In the Partisan’s last issue, I raised the question of why the United States has not been troubled in this century by regional nationalisms of the sort that are currently disturbing most other industrialized countries. In particular, I asked, why has there not been a serious version of Southern nationalism? Answering my own question, I suggested that (1) the outcome in 1865 was discouraging, (2) the United States as a whole offered a compelling object for nationalistic sentiment, and (3) identifying the cause of the South with the cause of white supremacy alienated those elements within the South’ s population that might have been expected to formulate a separatist program. I concluded that the United States is not immune to the centrifugal forces operating elsewhere, merely protected from them by a number of unique historical accidents—factors now dwindling in importance.

Consider, in the first place, that the old Confederates have gone, and with them the memories of the last go-round. The veterans of the Grand Army of the Republic are equally extinct, taking with them, I believe, the mystical commitment to the Union that led them to preserve it by stomping the South. Difficult as it may be to imagine another go at secession, it is even harder to imagine that the U.S. Army would burn Atlanta again to stop it. (More’s the pity, some would say.) As well imagine the Canadian Army sent to subdue Quebec, or the R.A.F. unleashed on Edinburgh. Few Western nations any longer have the will for that sort of undertaking. Certainly the U.S. does not.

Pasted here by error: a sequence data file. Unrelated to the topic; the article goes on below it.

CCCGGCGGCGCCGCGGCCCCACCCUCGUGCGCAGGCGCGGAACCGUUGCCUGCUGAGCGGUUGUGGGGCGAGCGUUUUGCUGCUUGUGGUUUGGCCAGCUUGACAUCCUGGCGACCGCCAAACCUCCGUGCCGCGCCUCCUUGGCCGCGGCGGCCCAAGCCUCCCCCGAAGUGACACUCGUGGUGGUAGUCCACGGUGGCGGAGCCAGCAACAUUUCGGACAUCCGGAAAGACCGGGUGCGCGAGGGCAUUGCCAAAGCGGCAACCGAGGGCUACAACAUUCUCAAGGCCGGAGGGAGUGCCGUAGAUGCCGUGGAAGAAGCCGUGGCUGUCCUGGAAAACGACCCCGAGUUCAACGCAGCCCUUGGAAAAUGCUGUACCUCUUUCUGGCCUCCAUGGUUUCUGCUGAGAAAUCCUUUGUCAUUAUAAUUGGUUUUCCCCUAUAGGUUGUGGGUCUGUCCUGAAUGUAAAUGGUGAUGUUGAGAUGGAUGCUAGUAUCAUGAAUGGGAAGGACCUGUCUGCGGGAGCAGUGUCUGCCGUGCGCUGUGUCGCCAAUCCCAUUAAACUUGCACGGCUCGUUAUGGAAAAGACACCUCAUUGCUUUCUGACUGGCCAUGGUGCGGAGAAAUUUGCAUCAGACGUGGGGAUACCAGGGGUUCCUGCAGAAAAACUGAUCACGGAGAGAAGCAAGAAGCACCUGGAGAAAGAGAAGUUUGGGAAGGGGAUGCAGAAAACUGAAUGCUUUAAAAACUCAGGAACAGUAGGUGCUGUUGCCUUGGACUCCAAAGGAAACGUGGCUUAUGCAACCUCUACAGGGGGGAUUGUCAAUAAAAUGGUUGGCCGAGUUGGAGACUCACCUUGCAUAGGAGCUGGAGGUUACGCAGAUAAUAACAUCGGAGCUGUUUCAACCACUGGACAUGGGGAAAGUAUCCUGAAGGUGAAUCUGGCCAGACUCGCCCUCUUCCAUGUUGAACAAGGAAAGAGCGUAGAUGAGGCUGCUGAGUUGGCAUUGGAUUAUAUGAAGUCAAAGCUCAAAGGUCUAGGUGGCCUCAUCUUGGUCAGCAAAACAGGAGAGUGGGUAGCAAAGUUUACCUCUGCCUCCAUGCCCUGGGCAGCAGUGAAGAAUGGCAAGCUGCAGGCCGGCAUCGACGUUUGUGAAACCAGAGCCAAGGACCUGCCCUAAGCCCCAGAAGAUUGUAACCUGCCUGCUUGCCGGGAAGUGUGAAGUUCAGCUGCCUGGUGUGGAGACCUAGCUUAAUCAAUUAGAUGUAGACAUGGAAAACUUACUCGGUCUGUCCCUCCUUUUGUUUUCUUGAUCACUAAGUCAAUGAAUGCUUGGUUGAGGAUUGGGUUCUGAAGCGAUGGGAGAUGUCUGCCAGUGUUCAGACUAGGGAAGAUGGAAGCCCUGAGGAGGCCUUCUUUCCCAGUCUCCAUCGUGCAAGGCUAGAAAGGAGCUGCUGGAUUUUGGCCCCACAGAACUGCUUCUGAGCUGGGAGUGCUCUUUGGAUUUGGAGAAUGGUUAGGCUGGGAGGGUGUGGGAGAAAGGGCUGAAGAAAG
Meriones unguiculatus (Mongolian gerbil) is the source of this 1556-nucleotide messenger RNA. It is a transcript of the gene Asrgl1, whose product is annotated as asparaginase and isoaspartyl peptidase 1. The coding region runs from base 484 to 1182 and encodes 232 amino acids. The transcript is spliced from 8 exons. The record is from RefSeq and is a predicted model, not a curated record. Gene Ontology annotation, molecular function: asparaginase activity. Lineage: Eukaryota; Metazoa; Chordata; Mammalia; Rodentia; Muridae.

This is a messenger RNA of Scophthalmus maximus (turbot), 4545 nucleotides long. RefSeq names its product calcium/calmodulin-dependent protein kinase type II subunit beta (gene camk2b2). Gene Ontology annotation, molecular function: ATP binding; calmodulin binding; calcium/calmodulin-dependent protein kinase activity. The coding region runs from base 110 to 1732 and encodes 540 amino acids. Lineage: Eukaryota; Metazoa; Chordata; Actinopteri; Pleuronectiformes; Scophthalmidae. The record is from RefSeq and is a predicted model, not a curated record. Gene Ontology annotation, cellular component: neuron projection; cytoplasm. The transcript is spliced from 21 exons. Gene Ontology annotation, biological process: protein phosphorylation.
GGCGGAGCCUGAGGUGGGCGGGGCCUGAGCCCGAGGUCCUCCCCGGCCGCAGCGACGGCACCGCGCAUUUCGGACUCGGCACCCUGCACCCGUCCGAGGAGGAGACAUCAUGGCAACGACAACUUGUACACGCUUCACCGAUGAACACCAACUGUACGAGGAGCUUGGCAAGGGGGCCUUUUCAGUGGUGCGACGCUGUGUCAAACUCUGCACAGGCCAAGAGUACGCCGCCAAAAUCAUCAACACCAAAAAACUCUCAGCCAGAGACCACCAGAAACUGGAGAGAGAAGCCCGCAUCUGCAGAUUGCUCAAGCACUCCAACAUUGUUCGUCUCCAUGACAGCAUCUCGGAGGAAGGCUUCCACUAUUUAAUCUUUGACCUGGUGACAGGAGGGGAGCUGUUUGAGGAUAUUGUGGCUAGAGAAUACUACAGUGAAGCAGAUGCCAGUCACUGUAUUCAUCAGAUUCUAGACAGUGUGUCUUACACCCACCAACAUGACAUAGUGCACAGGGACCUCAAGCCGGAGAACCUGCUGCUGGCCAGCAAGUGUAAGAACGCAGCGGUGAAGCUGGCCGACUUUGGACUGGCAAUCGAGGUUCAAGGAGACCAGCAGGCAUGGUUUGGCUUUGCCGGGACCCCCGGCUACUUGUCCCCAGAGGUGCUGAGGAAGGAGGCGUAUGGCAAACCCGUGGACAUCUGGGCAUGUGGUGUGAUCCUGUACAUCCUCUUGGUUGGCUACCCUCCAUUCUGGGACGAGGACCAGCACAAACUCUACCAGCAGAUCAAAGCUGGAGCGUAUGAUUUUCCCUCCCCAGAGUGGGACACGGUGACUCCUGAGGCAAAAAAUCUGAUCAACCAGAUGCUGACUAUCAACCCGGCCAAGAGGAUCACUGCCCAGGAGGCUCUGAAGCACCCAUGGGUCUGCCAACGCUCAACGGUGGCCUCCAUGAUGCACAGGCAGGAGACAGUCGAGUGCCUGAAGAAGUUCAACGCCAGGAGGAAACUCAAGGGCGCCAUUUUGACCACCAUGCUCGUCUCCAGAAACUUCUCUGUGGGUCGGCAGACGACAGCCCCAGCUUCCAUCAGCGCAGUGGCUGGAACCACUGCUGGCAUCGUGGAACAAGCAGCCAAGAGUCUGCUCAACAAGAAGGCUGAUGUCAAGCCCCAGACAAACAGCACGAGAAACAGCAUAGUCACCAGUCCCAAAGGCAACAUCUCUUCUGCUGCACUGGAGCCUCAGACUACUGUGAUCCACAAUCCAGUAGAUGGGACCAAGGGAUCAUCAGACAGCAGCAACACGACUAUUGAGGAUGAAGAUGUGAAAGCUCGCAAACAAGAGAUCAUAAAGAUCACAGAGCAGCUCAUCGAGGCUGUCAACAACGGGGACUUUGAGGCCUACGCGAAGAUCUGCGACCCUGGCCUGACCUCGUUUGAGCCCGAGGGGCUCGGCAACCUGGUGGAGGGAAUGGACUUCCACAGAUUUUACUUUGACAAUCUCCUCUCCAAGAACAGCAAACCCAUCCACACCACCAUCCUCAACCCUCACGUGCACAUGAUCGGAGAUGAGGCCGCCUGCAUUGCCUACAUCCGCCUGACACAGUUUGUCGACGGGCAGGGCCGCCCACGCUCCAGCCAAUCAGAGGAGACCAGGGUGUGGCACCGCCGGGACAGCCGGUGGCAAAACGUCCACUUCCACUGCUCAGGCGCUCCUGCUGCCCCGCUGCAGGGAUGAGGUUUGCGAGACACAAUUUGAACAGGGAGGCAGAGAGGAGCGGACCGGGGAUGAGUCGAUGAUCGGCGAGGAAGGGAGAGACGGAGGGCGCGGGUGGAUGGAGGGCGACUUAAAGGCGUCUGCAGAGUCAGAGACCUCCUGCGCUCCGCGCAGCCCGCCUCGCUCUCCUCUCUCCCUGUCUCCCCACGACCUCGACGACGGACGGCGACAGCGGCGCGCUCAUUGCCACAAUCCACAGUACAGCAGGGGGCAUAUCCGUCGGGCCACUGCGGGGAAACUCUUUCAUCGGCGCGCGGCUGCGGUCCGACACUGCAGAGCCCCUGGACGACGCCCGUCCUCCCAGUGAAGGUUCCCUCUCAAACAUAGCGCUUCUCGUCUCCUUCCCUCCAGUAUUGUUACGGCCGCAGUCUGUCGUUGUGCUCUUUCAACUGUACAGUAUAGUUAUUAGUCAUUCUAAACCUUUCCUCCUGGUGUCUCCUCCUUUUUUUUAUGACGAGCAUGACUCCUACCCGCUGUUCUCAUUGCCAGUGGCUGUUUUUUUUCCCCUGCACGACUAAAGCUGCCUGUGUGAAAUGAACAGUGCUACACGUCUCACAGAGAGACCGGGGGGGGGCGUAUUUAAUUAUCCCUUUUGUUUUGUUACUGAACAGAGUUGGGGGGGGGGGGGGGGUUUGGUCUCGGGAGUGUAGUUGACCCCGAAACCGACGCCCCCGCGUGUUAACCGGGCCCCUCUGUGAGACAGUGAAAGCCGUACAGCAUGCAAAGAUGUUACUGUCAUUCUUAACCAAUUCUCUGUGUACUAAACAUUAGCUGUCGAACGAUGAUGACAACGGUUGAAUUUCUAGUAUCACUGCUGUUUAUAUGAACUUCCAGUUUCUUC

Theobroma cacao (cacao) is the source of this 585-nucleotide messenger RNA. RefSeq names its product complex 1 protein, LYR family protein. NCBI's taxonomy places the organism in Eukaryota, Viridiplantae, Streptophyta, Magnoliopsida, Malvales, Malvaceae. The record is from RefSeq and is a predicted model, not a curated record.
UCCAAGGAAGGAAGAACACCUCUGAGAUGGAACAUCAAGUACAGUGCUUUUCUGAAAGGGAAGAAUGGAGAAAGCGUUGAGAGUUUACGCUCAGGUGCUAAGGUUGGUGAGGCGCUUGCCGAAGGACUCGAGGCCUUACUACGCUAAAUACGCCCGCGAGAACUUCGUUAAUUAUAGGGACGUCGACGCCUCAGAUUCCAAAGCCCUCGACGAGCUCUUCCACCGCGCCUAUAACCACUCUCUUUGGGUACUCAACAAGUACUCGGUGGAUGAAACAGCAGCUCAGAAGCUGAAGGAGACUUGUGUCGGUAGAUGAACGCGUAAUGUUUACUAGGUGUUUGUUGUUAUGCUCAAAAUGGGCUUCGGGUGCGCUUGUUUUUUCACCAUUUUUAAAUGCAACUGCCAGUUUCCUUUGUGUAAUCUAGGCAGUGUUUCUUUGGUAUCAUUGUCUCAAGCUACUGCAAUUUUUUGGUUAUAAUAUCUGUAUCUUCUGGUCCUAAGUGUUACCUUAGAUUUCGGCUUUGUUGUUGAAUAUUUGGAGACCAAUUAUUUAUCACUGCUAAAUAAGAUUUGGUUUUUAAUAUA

Both at home and abroad, the idea of Americanism has lost its vitality in recent years. As Washington finally begins to take on the physical trappings of an imperial capital, it is losing the international clout which alone could justify that ostentation. Our role in the world is increasingly unclear, and to our national dismay we are being told that we simply aren’t wanted in many places. As in Britain when it ceased to be Great, the anticolonialist impulse has begun to surface close to home. Deplore it or not, as you will, but it is simply a fact that insisting on the rights and interests of one’s own group within the nation is no longer seen as subversive—or perhaps that subversion is no longer seen as bad form. So far the voice of sectionalism has been subdued amid the clamor of contending interest groups, but if it is heard in the future, it won’t be the only one hollering.